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On the Air April 2017 Issue

On the Air: April 2017

One Saturday morning, I was flying a Piper Lance to Cuyahoga County airport in the Cleveland area to attend the Cleveland National Airshow, which was being held at Cleveland’s Burke Lakefront airport. There was very little radio traffic on Cleveland Approach and so I decided to have some fun.

Me: “Approach, this is 7639 Foxtrot. I’m in no real hurry and have a lot of extra fuel. So, if the guys at the airshow want me to make a low pass, I’m available.”

Approach (multiple voices laughing in the background): “39 Foxtrot, we have your request.”

About 30 seconds later, came this:

Approach: “39 Foxtrot, amend your call sign for the balance of this flight. You are now Blue Angel 7.”

John Moore
Vero Beach, FL

A very close friend of mine told me about a flight he took from Pittsburgh to points south. My friend, a native Nu Yawkuh, was having trouble with a controller’s strong southern drawl.

Friend: “Say again?”

Memphis Approach Control: [serious drawl]

Friend: “I’m sorry, please say yet again.”

Memphis Approach Control: [same thing]

Friend: “Memphis Approach Control, you got anyone down there who speaks ‘Merican?’”

Memphis Approach Control: “Whooooooooeeee, we got us a Yankee boy up there!”

Joe Horton
Birmingham, AL

I fly out of a small, private, non-towered airport north of San Antonio, called Bulverde. The airport does not have instrument approaches, nor does it report weather. Recently, I was with San Antonio Approach when the following exchange occurred:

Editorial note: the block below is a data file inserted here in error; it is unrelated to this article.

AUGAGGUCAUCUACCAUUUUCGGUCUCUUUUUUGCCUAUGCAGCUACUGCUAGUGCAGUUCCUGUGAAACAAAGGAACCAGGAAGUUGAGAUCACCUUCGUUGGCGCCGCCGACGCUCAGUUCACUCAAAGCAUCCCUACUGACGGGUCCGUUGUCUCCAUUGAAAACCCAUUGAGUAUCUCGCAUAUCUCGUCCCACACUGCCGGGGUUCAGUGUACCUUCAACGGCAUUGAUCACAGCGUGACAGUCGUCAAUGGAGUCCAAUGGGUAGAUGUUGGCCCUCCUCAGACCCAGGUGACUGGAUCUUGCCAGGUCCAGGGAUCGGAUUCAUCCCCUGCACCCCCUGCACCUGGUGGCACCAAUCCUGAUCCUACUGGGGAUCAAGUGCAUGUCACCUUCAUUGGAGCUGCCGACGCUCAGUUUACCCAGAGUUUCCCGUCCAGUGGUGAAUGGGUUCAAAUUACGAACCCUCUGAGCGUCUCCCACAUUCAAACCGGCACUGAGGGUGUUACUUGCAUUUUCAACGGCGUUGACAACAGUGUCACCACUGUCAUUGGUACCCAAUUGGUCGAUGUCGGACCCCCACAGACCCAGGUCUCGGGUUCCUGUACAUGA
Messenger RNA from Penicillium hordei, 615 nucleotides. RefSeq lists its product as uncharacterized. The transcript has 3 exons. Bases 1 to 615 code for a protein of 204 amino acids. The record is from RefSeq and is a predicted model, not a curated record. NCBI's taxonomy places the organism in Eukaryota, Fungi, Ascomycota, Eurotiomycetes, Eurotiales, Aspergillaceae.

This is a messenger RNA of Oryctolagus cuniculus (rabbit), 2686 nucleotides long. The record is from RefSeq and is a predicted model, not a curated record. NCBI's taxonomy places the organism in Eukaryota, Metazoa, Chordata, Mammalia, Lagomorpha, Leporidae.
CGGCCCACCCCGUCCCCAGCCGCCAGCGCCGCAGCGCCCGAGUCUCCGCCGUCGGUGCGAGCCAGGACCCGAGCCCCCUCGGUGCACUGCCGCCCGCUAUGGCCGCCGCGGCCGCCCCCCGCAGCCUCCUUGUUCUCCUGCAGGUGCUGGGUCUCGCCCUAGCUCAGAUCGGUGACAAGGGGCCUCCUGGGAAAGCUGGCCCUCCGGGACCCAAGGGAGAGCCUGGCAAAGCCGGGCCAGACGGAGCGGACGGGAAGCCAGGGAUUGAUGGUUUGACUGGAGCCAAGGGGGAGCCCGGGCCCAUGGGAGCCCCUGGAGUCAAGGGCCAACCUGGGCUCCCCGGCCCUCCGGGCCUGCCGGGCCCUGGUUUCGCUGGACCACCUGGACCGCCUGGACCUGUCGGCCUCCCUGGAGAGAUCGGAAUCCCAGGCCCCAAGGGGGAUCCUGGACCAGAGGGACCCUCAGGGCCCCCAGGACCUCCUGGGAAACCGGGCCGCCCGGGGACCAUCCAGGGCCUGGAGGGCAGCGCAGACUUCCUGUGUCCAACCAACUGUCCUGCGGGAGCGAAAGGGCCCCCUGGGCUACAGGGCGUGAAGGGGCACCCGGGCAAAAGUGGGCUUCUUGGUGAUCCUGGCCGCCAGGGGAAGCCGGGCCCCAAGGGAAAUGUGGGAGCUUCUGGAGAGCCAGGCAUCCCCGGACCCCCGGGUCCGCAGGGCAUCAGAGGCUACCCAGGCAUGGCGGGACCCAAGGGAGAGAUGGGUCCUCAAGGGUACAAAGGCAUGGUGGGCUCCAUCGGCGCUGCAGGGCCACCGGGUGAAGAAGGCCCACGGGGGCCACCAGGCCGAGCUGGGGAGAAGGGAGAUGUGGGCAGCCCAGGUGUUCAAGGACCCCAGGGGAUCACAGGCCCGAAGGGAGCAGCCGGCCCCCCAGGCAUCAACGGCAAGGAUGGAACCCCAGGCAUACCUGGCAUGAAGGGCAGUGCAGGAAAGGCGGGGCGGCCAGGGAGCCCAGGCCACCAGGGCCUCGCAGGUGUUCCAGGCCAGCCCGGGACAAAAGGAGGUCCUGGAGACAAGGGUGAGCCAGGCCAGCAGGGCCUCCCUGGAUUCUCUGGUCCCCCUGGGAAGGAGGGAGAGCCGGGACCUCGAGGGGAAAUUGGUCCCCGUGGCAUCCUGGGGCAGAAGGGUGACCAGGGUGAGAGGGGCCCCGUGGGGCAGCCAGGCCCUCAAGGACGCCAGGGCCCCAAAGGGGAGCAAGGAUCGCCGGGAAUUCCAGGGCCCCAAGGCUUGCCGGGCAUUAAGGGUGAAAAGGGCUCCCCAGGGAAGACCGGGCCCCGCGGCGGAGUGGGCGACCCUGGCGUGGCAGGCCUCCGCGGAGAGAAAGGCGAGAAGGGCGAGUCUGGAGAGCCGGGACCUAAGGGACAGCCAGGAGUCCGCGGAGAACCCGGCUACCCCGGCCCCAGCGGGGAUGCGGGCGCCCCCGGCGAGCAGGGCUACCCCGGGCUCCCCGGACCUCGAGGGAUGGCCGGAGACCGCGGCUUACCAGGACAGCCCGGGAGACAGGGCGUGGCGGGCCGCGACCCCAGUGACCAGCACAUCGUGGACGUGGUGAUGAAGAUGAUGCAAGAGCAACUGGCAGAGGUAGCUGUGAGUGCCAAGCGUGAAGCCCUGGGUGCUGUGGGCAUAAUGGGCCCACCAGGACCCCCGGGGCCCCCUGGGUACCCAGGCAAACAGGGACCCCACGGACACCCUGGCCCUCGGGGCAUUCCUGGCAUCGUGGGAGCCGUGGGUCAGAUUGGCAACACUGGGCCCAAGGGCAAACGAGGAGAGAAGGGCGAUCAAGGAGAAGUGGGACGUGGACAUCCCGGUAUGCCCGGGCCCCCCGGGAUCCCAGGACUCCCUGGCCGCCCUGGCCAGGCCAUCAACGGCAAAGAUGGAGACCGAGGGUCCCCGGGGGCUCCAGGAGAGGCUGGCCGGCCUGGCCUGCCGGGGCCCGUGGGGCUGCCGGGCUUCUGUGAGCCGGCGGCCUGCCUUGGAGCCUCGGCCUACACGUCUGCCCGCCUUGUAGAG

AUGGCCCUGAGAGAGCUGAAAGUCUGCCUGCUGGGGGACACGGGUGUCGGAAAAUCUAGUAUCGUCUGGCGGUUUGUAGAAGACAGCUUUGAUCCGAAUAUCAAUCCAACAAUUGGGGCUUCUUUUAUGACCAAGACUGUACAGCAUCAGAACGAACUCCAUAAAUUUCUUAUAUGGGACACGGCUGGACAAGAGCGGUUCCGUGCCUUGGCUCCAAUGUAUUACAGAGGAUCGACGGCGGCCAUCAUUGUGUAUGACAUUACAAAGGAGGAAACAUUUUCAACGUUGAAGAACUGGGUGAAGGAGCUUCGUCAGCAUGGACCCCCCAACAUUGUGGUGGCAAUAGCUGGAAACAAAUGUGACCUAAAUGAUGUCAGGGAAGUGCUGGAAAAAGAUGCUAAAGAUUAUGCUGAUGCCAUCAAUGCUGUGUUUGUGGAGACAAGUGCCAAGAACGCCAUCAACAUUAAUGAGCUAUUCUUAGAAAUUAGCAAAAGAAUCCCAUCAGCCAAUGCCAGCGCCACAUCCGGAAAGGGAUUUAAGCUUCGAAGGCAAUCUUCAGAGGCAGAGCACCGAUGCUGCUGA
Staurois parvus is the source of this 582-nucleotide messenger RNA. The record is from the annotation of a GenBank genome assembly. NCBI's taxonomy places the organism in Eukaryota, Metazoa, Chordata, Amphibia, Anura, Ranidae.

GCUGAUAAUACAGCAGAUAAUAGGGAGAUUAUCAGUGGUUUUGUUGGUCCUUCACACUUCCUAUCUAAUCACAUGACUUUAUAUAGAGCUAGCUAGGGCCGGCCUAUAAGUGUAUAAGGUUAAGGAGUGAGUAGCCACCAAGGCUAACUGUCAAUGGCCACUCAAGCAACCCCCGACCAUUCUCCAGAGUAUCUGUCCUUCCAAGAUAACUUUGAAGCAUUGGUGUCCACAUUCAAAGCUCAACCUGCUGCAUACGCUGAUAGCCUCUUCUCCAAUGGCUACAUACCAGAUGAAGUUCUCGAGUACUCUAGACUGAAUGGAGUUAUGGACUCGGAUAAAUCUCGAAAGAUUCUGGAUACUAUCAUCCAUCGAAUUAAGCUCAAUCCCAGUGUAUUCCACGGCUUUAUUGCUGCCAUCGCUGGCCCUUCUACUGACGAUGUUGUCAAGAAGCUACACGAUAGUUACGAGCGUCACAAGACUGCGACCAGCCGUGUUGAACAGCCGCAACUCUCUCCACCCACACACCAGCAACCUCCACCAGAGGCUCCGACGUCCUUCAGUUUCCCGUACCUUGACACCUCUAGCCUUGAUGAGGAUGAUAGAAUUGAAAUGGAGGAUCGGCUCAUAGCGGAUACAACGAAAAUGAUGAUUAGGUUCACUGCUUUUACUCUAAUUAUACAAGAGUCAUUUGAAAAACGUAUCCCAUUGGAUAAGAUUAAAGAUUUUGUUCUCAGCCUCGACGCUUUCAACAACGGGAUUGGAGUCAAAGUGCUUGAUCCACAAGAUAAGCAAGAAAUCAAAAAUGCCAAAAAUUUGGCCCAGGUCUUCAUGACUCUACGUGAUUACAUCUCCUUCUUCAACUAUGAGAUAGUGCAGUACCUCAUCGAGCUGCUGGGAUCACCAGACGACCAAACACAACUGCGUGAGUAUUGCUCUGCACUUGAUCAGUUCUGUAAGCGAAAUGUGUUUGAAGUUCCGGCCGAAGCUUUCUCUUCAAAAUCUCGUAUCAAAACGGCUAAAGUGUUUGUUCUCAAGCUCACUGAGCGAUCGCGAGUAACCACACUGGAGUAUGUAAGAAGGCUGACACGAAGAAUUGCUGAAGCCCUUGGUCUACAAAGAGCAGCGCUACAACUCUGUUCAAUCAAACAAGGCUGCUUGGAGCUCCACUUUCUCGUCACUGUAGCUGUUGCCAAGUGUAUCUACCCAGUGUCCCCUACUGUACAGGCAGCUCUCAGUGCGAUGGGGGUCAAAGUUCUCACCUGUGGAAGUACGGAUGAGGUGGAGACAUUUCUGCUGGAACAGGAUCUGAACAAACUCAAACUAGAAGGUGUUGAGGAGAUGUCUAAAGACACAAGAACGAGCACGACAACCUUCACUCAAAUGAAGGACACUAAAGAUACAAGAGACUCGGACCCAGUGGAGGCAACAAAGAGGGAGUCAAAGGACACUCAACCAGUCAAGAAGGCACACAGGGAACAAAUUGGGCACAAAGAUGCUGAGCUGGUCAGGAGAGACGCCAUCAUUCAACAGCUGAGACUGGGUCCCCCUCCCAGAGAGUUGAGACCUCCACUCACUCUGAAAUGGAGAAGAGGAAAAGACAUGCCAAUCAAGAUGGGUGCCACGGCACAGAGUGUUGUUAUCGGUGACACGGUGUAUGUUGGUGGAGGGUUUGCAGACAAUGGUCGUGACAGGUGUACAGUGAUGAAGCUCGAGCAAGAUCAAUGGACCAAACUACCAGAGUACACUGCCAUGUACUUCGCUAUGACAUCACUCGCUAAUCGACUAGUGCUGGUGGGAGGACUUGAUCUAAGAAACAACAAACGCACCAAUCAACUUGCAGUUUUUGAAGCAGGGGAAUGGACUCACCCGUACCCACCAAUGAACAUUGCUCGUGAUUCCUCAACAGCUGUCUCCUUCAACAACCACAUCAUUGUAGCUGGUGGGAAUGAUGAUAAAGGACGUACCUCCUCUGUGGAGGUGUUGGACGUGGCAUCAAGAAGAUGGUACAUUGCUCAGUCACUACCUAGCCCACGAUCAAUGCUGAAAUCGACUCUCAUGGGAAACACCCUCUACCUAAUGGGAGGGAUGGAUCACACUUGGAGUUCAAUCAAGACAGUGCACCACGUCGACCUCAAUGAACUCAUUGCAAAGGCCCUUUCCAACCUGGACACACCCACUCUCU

Me: “I’d like to descend and return to Bulverde now.”

San Antonio Approach: “Descend at pilot’s discretion, advise when you have the weather at Bulverde.”

Me: “That’d be a neat trick.”

San Antonio Approach: “I thought it might have an ASOS or something.”

Me: “Nope. ’fraid not.”

San Antonio Approach: “Oh, well. San Antonio winds 210 at 13, altimeter 29.75.”

Kevin L. Mitchell
San Antonio, TX

I was serving as safety pilot while my buddy, who recently passed away, was PIC under the hood. One of my duties was entering frequencies, and on this occasion I’d inadvertently screwed this up. When we figured out what happened my friend shook his head and muttered, “It’s the blind leading the foggled.”

I thought it was a splendid summary of our relationship. I miss him.

Howard Congdon
Lock Haven, PA

Our company flies Cessna Caravans with scheduled passengers into Chicago O’Hare. Heard this one morning on the way in.

Chicago Center: “Envoy 5634, be aware similar sounding call sign Envoy 5364 on frequency.”

Chicago Center: “Envoy 5364, be aware similar sounding call sign Envoy 5634 on frequency.”

Envoy 5364: “What could possibly go wrong…?

This was followed by the upcoming handoff to Chicago Approach with the warnings of similar call signs and the Envoy response: “Yeah, we have been causing trouble all morning.”

Bruce Belling
Waukee, IA

I was doing my IFR training in the summer of 2008 in Seattle. While flying in the vicinity of Tacoma Narrows, late one night, I heard this exchange between a transiting Cessna and Seattle Approach:

Cessna (sounding a bit tired and spacey): “Seattle Approach, Cessna 123AB, just checking in, we’re still with you.”

Seattle Approach: “Cessna 123AB, Seattle Approach, we’ve got you. Things are pretty light tonight, so let us know if we can help you with anything.”

Cessna: “Uhh...we could use a cold drink.”

Seattle Approach: “Sorry, but they don’t let us out of this room too often.”

Jeremy Katz
Seattle, WA

Please send us your cleverest or most embarrassing moment on the radio—or your favorite fix names or airport names—with a subject of “OTA,” to IFR@BelvoirPubs.com. Be sure to include your full name and location.

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